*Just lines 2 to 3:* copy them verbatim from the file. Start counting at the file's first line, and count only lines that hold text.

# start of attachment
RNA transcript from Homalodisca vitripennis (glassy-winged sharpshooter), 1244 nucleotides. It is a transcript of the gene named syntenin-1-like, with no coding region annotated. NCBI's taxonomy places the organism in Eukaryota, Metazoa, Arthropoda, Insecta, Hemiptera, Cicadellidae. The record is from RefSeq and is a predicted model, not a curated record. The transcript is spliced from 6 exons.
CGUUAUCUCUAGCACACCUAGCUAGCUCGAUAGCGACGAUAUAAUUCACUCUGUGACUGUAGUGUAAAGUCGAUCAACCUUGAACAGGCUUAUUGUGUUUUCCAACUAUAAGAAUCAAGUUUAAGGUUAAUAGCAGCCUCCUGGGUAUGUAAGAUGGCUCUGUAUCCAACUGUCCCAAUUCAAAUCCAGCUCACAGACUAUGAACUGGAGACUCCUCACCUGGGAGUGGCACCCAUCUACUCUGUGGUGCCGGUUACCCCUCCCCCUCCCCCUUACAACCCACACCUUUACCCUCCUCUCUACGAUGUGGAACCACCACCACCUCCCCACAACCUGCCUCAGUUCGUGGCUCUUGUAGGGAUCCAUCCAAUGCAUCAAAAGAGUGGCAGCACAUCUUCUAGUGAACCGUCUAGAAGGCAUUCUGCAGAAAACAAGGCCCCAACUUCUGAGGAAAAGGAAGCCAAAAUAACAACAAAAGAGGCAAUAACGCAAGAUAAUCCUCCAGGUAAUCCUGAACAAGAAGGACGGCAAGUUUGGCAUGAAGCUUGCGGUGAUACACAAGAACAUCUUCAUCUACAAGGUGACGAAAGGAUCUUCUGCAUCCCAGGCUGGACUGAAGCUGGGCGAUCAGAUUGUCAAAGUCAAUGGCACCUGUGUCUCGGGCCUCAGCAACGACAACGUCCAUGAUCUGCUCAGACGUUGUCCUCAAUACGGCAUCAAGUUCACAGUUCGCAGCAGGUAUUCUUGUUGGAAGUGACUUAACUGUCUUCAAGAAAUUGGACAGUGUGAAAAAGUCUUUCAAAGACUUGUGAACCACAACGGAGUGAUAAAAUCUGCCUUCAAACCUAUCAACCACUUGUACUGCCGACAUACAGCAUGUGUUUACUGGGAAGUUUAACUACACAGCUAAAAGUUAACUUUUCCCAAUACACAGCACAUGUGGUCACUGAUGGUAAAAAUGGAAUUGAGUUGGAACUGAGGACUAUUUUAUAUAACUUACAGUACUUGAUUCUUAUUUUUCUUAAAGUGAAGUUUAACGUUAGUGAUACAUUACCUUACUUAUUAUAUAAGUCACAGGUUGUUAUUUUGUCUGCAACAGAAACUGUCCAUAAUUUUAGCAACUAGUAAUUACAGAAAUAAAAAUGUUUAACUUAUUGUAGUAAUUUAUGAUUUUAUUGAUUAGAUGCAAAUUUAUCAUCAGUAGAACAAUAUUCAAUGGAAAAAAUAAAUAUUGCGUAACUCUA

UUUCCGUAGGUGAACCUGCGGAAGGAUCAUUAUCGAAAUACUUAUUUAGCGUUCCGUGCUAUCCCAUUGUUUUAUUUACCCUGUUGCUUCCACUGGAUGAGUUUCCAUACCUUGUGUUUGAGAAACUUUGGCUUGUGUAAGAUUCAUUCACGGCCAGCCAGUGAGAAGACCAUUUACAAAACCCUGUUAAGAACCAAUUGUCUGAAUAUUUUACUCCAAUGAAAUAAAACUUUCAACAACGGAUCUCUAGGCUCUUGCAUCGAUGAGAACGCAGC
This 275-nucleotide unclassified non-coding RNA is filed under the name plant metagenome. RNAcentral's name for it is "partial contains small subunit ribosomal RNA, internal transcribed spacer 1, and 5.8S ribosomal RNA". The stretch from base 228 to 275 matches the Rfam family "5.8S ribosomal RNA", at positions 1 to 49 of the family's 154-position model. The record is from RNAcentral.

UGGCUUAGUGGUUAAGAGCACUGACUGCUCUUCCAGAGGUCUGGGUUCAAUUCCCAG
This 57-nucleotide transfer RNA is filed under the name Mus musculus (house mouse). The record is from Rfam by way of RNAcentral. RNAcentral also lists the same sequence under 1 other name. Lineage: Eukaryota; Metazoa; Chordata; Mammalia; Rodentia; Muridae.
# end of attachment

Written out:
CGUUAUCUCUAGCACACCUAGCUAGCUCGAUAGCGACGAUAUAAUUCACUCUGUGACUGUAGUGUAAAGUCGAUCAACCUUGAACAGGCUUAUUGUGUUUUCCAACUAUAAGAAUCAAGUUUAAGGUUAAUAGCAGCCUCCUGGGUAUGUAAGAUGGCUCUGUAUCCAACUGUCCCAAUUCAAAUCCAGCUCACAGACUAUGAACUGGAGACUCCUCACCUGGGAGUGGCACCCAUCUACUCUGUGGUGCCGGUUACCCCUCCCCCUCCCCCUUACAACCCACACCUUUACCCUCCUCUCUACGAUGUGGAACCACCACCACCUCCCCACAACCUGCCUCAGUUCGUGGCUCUUGUAGGGAUCCAUCCAAUGCAUCAAAAGAGUGGCAGCACAUCUUCUAGUGAACCGUCUAGAAGGCAUUCUGCAGAAAACAAGGCCCCAACUUCUGAGGAAAAGGAAGCCAAAAUAACAACAAAAGAGGCAAUAACGCAAGAUAAUCCUCCAGGUAAUCCUGAACAAGAAGGACGGCAAGUUUGGCAUGAAGCUUGCGGUGAUACACAAGAACAUCUUCAUCUACAAGGUGACGAAAGGAUCUUCUGCAUCCCAGGCUGGACUGAAGCUGGGCGAUCAGAUUGUCAAAGUCAAUGGCACCUGUGUCUCGGGCCUCAGCAACGACAACGUCCAUGAUCUGCUCAGACGUUGUCCUCAAUACGGCAUCAAGUUCACAGUUCGCAGCAGGUAUUCUUGUUGGAAGUGACUUAACUGUCUUCAAGAAAUUGGACAGUGUGAAAAAGUCUUUCAAAGACUUGUGAACCACAACGGAGUGAUAAAAUCUGCCUUCAAACCUAUCAACCACUUGUACUGCCGACAUACAGCAUGUGUUUACUGGGAAGUUUAACUACACAGCUAAAAGUUAACUUUUCCCAAUACACAGCACAUGUGGUCACUGAUGGUAAAAAUGGAAUUGAGUUGGAACUGAGGACUAUUUUAUAUAACUUACAGUACUUGAUUCUUAUUUUUCUUAAAGUGAAGUUUAACGUUAGUGAUACAUUACCUUACUUAUUAUAUAAGUCACAGGUUGUUAUUUUGUCUGCAACAGAAACUGUCCAUAAUUUUAGCAACUAGUAAUUACAGAAAUAAAAAUGUUUAACUUAUUGUAGUAAUUUAUGAUUUUAUUGAUUAGAUGCAAAUUUAUCAUCAGUAGAACAAUAUUCAAUGGAAAAAAUAAAUAUUGCGUAACUCUA

UUUCCGUAGGUGAACCUGCGGAAGGAUCAUUAUCGAAAUACUUAUUUAGCGUUCCGUGCUAUCCCAUUGUUUUAUUUACCCUGUUGCUUCCACUGGAUGAGUUUCCAUACCUUGUGUUUGAGAAACUUUGGCUUGUGUAAGAUUCAUUCACGGCCAGCCAGUGAGAAGACCAUUUACAAAACCCUGUUAAGAACCAAUUGUCUGAAUAUUUUACUCCAAUGAAAUAAAACUUUCAACAACGGAUCUCUAGGCUCUUGCAUCGAUGAGAACGCAGC